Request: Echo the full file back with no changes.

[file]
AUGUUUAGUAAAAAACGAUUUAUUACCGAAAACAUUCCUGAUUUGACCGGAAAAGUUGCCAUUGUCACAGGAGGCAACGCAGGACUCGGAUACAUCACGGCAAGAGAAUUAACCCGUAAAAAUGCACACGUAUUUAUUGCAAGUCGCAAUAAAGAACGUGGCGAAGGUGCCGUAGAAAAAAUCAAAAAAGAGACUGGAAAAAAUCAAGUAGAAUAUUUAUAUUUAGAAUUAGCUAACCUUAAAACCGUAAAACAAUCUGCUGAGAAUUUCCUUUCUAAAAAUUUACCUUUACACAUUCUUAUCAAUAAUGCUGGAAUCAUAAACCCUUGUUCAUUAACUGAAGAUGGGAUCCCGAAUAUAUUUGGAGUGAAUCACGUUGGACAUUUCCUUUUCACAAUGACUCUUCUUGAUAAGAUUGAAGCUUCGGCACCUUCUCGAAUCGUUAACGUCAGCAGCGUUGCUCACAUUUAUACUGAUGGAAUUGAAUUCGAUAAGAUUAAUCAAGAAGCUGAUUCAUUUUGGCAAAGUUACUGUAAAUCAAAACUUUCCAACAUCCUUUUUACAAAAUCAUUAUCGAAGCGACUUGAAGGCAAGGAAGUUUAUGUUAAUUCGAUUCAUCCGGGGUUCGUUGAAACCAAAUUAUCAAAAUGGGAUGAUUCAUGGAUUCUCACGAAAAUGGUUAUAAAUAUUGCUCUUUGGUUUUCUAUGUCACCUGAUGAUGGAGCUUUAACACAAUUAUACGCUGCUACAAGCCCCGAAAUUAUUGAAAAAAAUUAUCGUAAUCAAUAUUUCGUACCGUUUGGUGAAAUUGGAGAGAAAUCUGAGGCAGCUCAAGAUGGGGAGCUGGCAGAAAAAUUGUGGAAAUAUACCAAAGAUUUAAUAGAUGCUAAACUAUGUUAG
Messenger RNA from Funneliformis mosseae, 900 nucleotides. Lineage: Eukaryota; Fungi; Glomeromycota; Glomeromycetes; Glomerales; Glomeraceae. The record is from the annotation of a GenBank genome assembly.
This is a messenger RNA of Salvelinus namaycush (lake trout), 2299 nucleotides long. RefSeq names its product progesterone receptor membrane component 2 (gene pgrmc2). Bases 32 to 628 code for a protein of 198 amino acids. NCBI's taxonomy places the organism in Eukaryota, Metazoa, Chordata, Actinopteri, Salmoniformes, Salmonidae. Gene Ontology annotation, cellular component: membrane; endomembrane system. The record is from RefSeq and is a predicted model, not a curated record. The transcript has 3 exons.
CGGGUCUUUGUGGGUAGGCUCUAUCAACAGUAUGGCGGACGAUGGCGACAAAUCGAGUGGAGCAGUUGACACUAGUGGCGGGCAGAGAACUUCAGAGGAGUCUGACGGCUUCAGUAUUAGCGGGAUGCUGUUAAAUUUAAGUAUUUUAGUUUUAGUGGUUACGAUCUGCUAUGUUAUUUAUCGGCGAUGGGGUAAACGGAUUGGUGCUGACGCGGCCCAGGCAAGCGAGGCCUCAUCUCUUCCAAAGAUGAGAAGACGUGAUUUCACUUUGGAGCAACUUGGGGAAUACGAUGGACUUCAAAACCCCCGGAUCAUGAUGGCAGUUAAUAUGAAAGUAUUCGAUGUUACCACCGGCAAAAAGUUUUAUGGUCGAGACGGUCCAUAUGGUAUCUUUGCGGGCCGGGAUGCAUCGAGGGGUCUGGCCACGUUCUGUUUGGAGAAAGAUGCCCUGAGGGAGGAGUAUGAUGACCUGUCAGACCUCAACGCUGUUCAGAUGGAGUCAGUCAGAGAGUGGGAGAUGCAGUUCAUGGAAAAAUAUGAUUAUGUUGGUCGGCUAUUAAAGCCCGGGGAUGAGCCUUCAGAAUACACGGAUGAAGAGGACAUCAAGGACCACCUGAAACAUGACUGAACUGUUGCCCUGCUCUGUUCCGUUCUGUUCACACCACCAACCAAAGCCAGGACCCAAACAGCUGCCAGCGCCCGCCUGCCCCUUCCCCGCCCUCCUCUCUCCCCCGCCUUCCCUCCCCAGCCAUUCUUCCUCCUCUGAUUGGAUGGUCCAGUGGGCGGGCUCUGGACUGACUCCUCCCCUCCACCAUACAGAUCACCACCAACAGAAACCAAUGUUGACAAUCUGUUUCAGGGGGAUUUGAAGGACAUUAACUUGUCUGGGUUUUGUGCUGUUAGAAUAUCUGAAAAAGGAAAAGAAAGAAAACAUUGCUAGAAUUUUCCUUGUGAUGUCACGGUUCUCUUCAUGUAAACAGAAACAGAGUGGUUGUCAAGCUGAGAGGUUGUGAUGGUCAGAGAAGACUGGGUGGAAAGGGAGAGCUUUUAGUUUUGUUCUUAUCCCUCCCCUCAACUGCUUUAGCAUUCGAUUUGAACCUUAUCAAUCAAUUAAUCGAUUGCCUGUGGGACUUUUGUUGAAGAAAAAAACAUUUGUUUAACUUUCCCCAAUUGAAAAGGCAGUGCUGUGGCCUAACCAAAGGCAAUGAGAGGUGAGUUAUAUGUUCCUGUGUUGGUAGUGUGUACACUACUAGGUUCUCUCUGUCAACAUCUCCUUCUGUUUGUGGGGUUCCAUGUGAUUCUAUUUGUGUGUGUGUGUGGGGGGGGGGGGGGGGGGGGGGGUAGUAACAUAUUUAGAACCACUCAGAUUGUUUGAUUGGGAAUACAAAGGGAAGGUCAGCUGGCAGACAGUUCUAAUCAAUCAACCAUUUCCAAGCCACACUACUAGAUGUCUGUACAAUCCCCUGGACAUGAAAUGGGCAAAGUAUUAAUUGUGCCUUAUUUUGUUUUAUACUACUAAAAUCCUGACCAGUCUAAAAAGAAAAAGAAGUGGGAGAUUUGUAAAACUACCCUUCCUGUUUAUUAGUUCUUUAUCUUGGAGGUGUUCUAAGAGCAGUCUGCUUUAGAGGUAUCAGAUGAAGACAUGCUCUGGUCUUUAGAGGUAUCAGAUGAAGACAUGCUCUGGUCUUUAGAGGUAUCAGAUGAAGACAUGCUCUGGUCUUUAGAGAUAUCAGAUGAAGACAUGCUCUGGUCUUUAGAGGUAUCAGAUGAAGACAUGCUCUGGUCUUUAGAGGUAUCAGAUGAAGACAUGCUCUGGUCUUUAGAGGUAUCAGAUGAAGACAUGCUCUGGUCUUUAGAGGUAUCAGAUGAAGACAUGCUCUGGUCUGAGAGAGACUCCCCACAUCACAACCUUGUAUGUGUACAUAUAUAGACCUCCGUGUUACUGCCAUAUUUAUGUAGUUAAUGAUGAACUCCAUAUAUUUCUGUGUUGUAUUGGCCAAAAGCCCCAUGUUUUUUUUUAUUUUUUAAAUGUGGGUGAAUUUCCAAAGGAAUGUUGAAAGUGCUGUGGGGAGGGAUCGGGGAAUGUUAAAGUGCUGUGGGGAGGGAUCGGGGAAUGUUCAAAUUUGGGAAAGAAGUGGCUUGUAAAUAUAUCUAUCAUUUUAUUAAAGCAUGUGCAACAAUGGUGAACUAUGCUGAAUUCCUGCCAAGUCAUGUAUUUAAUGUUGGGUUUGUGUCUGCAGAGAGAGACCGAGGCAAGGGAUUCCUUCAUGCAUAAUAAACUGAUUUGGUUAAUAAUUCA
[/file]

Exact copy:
AUGUUUAGUAAAAAACGAUUUAUUACCGAAAACAUUCCUGAUUUGACCGGAAAAGUUGCCAUUGUCACAGGAGGCAACGCAGGACUCGGAUACAUCACGGCAAGAGAAUUAACCCGUAAAAAUGCACACGUAUUUAUUGCAAGUCGCAAUAAAGAACGUGGCGAAGGUGCCGUAGAAAAAAUCAAAAAAGAGACUGGAAAAAAUCAAGUAGAAUAUUUAUAUUUAGAAUUAGCUAACCUUAAAACCGUAAAACAAUCUGCUGAGAAUUUCCUUUCUAAAAAUUUACCUUUACACAUUCUUAUCAAUAAUGCUGGAAUCAUAAACCCUUGUUCAUUAACUGAAGAUGGGAUCCCGAAUAUAUUUGGAGUGAAUCACGUUGGACAUUUCCUUUUCACAAUGACUCUUCUUGAUAAGAUUGAAGCUUCGGCACCUUCUCGAAUCGUUAACGUCAGCAGCGUUGCUCACAUUUAUACUGAUGGAAUUGAAUUCGAUAAGAUUAAUCAAGAAGCUGAUUCAUUUUGGCAAAGUUACUGUAAAUCAAAACUUUCCAACAUCCUUUUUACAAAAUCAUUAUCGAAGCGACUUGAAGGCAAGGAAGUUUAUGUUAAUUCGAUUCAUCCGGGGUUCGUUGAAACCAAAUUAUCAAAAUGGGAUGAUUCAUGGAUUCUCACGAAAAUGGUUAUAAAUAUUGCUCUUUGGUUUUCUAUGUCACCUGAUGAUGGAGCUUUAACACAAUUAUACGCUGCUACAAGCCCCGAAAUUAUUGAAAAAAAUUAUCGUAAUCAAUAUUUCGUACCGUUUGGUGAAAUUGGAGAGAAAUCUGAGGCAGCUCAAGAUGGGGAGCUGGCAGAAAAAUUGUGGAAAUAUACCAAAGAUUUAAUAGAUGCUAAACUAUGUUAG
Messenger RNA from Funneliformis mosseae, 900 nucleotides. Lineage: Eukaryota; Fungi; Glomeromycota; Glomeromycetes; Glomerales; Glomeraceae. The record is from the annotation of a GenBank genome assembly.
This is a messenger RNA of Salvelinus namaycush (lake trout), 2299 nucleotides long. RefSeq names its product progesterone receptor membrane component 2 (gene pgrmc2). Bases 32 to 628 code for a protein of 198 amino acids. NCBI's taxonomy places the organism in Eukaryota, Metazoa, Chordata, Actinopteri, Salmoniformes, Salmonidae. Gene Ontology annotation, cellular component: membrane; endomembrane system. The record is from RefSeq and is a predicted model, not a curated record. The transcript has 3 exons.
CGGGUCUUUGUGGGUAGGCUCUAUCAACAGUAUGGCGGACGAUGGCGACAAAUCGAGUGGAGCAGUUGACACUAGUGGCGGGCAGAGAACUUCAGAGGAGUCUGACGGCUUCAGUAUUAGCGGGAUGCUGUUAAAUUUAAGUAUUUUAGUUUUAGUGGUUACGAUCUGCUAUGUUAUUUAUCGGCGAUGGGGUAAACGGAUUGGUGCUGACGCGGCCCAGGCAAGCGAGGCCUCAUCUCUUCCAAAGAUGAGAAGACGUGAUUUCACUUUGGAGCAACUUGGGGAAUACGAUGGACUUCAAAACCCCCGGAUCAUGAUGGCAGUUAAUAUGAAAGUAUUCGAUGUUACCACCGGCAAAAAGUUUUAUGGUCGAGACGGUCCAUAUGGUAUCUUUGCGGGCCGGGAUGCAUCGAGGGGUCUGGCCACGUUCUGUUUGGAGAAAGAUGCCCUGAGGGAGGAGUAUGAUGACCUGUCAGACCUCAACGCUGUUCAGAUGGAGUCAGUCAGAGAGUGGGAGAUGCAGUUCAUGGAAAAAUAUGAUUAUGUUGGUCGGCUAUUAAAGCCCGGGGAUGAGCCUUCAGAAUACACGGAUGAAGAGGACAUCAAGGACCACCUGAAACAUGACUGAACUGUUGCCCUGCUCUGUUCCGUUCUGUUCACACCACCAACCAAAGCCAGGACCCAAACAGCUGCCAGCGCCCGCCUGCCCCUUCCCCGCCCUCCUCUCUCCCCCGCCUUCCCUCCCCAGCCAUUCUUCCUCCUCUGAUUGGAUGGUCCAGUGGGCGGGCUCUGGACUGACUCCUCCCCUCCACCAUACAGAUCACCACCAACAGAAACCAAUGUUGACAAUCUGUUUCAGGGGGAUUUGAAGGACAUUAACUUGUCUGGGUUUUGUGCUGUUAGAAUAUCUGAAAAAGGAAAAGAAAGAAAACAUUGCUAGAAUUUUCCUUGUGAUGUCACGGUUCUCUUCAUGUAAACAGAAACAGAGUGGUUGUCAAGCUGAGAGGUUGUGAUGGUCAGAGAAGACUGGGUGGAAAGGGAGAGCUUUUAGUUUUGUUCUUAUCCCUCCCCUCAACUGCUUUAGCAUUCGAUUUGAACCUUAUCAAUCAAUUAAUCGAUUGCCUGUGGGACUUUUGUUGAAGAAAAAAACAUUUGUUUAACUUUCCCCAAUUGAAAAGGCAGUGCUGUGGCCUAACCAAAGGCAAUGAGAGGUGAGUUAUAUGUUCCUGUGUUGGUAGUGUGUACACUACUAGGUUCUCUCUGUCAACAUCUCCUUCUGUUUGUGGGGUUCCAUGUGAUUCUAUUUGUGUGUGUGUGUGGGGGGGGGGGGGGGGGGGGGGGUAGUAACAUAUUUAGAACCACUCAGAUUGUUUGAUUGGGAAUACAAAGGGAAGGUCAGCUGGCAGACAGUUCUAAUCAAUCAACCAUUUCCAAGCCACACUACUAGAUGUCUGUACAAUCCCCUGGACAUGAAAUGGGCAAAGUAUUAAUUGUGCCUUAUUUUGUUUUAUACUACUAAAAUCCUGACCAGUCUAAAAAGAAAAAGAAGUGGGAGAUUUGUAAAACUACCCUUCCUGUUUAUUAGUUCUUUAUCUUGGAGGUGUUCUAAGAGCAGUCUGCUUUAGAGGUAUCAGAUGAAGACAUGCUCUGGUCUUUAGAGGUAUCAGAUGAAGACAUGCUCUGGUCUUUAGAGGUAUCAGAUGAAGACAUGCUCUGGUCUUUAGAGAUAUCAGAUGAAGACAUGCUCUGGUCUUUAGAGGUAUCAGAUGAAGACAUGCUCUGGUCUUUAGAGGUAUCAGAUGAAGACAUGCUCUGGUCUUUAGAGGUAUCAGAUGAAGACAUGCUCUGGUCUUUAGAGGUAUCAGAUGAAGACAUGCUCUGGUCUGAGAGAGACUCCCCACAUCACAACCUUGUAUGUGUACAUAUAUAGACCUCCGUGUUACUGCCAUAUUUAUGUAGUUAAUGAUGAACUCCAUAUAUUUCUGUGUUGUAUUGGCCAAAAGCCCCAUGUUUUUUUUUAUUUUUUAAAUGUGGGUGAAUUUCCAAAGGAAUGUUGAAAGUGCUGUGGGGAGGGAUCGGGGAAUGUUAAAGUGCUGUGGGGAGGGAUCGGGGAAUGUUCAAAUUUGGGAAAGAAGUGGCUUGUAAAUAUAUCUAUCAUUUUAUUAAAGCAUGUGCAACAAUGGUGAACUAUGCUGAAUUCCUGCCAAGUCAUGUAUUUAAUGUUGGGUUUGUGUCUGCAGAGAGAGACCGAGGCAAGGGAUUCCUUCAUGCAUAAUAAACUGAUUUGGUUAAUAAUUCA